SketchUp in a high school history class

Pick a high school - any high school - and in the history class you might find some of the students doodling, yawning and pretending to stay awake. Replace that scene with an enthusiastic teacher and a healthy dose of SketchUp and you might see every student engaged! After all, it’s not every day a high school student can model a local building and upload to Google Earth for the world to see. In some cases, they might get so engaged they chomp at the bit to get access to tutorial videos while on road trips.

Does this sound far fetched? Not to Hartford High School teacher, Michael Hathorn, who introduced his class to the 3D Buildings layer in Google Earth and started teaching them about local history while they used SketchUp to model their home town of Hartford, Vermont. The class caught on quickly and now have over 75 models in their Hartford History Project collection in the Google 3D Warehouse. Over 50 buildings have been accepted into Google Earth.



The benefits of students being engaged in their own learning has not been lost on Michael. He told us, “Some teachers may say the book history is more important but I feel like the end result is these guys are teaching, verses learning and that’s when you really become a student - when you make that transition to teaching. I think learning SketchUp is really important for a history class like this.”

Technology has been a key part of the class, and the idea that the students would share their local history with the world. They created a website and blog to accompany and showcase the 3D models. With each model created, a history of the building is researched and added to the growing website dedicated to their town. It’s definitely worth a look.

We were so intrigued by the efforts of these students that we highlighted them in a new video:



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5 comments :

John said...

I hope the excellent Hartford video inspires other colleges to follow suit. New SketchUp users will find it fascinating to recreate buildings in virtual form and to realise that these buildings reflect the decade or era in which they were constructed. The history panel metadata will teach students about the origin and subsequent evolution of each building.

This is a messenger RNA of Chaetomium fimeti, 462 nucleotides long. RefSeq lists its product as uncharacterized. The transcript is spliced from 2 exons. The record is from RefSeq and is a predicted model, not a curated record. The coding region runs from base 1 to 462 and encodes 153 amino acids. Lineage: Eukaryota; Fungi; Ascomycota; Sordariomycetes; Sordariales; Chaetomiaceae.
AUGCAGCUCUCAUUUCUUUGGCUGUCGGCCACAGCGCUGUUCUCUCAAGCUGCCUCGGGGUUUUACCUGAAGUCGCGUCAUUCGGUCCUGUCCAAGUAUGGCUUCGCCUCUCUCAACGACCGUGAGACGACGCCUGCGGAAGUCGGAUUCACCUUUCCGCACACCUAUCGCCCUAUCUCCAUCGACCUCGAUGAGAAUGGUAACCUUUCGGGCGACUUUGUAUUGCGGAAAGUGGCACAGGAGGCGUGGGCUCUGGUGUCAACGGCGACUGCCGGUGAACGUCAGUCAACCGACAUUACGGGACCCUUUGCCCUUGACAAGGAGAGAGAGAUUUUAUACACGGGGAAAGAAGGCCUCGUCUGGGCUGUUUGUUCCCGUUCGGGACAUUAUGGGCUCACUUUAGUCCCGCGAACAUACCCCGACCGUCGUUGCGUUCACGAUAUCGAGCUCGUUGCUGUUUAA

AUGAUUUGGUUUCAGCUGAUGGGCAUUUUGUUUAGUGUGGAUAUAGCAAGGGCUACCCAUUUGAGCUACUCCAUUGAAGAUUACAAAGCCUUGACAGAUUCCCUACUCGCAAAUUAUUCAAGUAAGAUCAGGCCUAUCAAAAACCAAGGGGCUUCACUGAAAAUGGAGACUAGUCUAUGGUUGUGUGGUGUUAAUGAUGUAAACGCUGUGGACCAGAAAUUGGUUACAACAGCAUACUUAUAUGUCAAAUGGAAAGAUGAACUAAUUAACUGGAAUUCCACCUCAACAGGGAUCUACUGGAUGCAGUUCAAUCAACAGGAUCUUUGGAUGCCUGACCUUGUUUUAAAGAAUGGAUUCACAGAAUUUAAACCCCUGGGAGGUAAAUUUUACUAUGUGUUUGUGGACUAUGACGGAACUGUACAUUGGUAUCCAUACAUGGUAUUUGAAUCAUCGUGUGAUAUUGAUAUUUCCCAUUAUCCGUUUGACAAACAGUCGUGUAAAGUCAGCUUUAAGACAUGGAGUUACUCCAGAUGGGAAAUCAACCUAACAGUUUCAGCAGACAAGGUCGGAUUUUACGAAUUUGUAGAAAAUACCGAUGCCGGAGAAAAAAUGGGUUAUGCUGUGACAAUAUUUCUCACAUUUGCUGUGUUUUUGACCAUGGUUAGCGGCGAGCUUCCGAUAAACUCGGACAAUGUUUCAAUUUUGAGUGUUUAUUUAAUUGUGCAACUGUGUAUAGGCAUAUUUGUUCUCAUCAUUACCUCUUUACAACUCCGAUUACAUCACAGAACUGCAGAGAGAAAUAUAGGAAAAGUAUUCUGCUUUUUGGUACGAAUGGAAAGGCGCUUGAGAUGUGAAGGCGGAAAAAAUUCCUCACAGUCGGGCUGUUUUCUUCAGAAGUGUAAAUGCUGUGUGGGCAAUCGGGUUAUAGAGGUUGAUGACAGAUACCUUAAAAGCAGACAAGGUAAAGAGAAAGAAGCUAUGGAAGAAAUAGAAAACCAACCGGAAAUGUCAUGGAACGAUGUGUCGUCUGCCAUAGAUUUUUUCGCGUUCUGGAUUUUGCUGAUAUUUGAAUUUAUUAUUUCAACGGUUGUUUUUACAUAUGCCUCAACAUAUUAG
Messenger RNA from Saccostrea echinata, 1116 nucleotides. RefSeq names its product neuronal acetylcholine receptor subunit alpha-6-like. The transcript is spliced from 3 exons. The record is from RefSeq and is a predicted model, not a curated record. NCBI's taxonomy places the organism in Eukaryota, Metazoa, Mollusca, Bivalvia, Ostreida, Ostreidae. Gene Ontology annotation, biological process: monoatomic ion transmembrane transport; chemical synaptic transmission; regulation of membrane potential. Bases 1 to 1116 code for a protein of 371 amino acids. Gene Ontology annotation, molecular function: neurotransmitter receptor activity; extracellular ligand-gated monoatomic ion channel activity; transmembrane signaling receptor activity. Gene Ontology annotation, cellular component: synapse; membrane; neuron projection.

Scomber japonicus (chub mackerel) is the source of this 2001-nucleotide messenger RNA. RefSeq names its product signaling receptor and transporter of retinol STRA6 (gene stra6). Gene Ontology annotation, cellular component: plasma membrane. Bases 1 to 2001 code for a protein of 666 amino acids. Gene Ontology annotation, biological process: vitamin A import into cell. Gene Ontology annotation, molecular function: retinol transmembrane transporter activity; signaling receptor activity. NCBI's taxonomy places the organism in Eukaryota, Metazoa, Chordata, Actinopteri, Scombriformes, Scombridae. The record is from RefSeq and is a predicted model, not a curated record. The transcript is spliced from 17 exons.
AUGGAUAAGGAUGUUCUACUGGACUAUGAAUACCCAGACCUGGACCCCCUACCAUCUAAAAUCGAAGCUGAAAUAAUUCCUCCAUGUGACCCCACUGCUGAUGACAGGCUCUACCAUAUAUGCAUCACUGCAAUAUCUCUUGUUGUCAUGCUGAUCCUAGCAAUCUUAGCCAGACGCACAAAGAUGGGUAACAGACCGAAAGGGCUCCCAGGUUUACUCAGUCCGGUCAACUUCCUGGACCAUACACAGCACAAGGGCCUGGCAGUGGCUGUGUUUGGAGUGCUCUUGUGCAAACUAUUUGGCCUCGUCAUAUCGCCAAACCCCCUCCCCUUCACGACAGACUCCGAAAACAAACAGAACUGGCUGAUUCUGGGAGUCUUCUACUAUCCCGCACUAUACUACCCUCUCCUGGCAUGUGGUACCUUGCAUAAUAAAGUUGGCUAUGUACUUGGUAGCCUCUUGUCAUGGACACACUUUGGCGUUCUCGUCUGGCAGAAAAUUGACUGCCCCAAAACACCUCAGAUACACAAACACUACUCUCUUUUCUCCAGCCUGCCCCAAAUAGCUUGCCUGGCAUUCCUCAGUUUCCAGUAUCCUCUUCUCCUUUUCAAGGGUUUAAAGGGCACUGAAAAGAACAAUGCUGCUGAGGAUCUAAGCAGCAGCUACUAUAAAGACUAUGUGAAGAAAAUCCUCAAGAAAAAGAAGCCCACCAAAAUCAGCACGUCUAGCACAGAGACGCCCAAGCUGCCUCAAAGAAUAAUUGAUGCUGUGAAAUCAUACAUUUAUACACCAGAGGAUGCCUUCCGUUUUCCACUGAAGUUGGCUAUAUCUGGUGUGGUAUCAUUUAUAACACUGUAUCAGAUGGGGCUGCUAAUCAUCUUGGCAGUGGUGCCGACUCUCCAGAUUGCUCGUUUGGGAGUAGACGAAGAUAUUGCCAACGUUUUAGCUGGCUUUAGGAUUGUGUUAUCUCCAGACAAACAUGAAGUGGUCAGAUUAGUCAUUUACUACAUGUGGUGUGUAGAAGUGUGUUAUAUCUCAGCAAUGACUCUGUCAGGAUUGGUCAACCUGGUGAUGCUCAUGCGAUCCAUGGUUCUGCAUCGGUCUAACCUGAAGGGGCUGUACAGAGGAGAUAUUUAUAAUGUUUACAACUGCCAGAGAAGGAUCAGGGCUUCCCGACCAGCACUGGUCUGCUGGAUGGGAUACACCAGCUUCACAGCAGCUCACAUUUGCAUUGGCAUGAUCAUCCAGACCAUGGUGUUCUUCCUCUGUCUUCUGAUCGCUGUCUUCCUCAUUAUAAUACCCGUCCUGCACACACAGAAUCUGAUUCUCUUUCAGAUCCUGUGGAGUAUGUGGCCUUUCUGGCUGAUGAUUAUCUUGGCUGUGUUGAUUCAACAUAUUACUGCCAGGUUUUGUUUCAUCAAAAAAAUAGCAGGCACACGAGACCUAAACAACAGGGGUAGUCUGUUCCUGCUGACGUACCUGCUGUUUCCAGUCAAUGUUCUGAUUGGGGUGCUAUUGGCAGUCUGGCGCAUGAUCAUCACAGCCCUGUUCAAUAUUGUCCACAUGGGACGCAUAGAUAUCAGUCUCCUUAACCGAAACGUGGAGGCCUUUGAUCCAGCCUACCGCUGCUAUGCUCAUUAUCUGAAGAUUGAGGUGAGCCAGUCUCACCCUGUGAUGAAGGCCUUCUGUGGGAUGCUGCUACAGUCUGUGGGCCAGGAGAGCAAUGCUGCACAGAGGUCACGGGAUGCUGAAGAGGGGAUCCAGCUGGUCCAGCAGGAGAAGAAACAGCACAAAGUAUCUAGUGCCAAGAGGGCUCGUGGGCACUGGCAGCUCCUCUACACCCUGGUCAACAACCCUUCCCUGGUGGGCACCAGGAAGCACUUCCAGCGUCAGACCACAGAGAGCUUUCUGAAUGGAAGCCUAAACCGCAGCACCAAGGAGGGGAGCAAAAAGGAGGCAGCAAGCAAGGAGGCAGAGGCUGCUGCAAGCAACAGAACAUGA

pwright said...

Fantastic to hear about educators who use creative methods to inspire and educate students.

Guzman said...

Pick a junior high school - any junior high school - and in the math class you
might find some of the students doodling, yawning and pretending to stay
awake. Replace that scene with an enthusiastic teacher and a healthy
dose of Sketchup and you might
see every student engaged! After all, it’s not every day a junior high school
student can model cars, builidings, icosahedrons, ... and upload them to the 3D warehouse for the world to see. In many cases they get engaged and they send the teacher lots of models they made at home.

Does
this sound far fetched? Not to "Poliziano" Junior High School teacher, Guzman Tierno, who introduced his class to the Sketchup and the 3D-Warehouse and started
teaching them about math while they used SketchUp to model cars, builidings, icosahedrons, ... using parallelpipeds, cylinders, etc. The class caught on quickly and now have over 600 models in
their "Poliziano Junior School" collections in the Google 3D Warehouse.

Technology has been a key part of the class, and the idea that the
students would share their models with the world. The teacher made a blog
to accompany and showcase the 3D models. With each model created, the comprehension of math increased. It’s definitely worth a look.

The teacher was so happy with the results that he created many videos with the students' and in particular the follwoing one dedicated to Troy War. Really worth watching.

Thanks.

(guzman)

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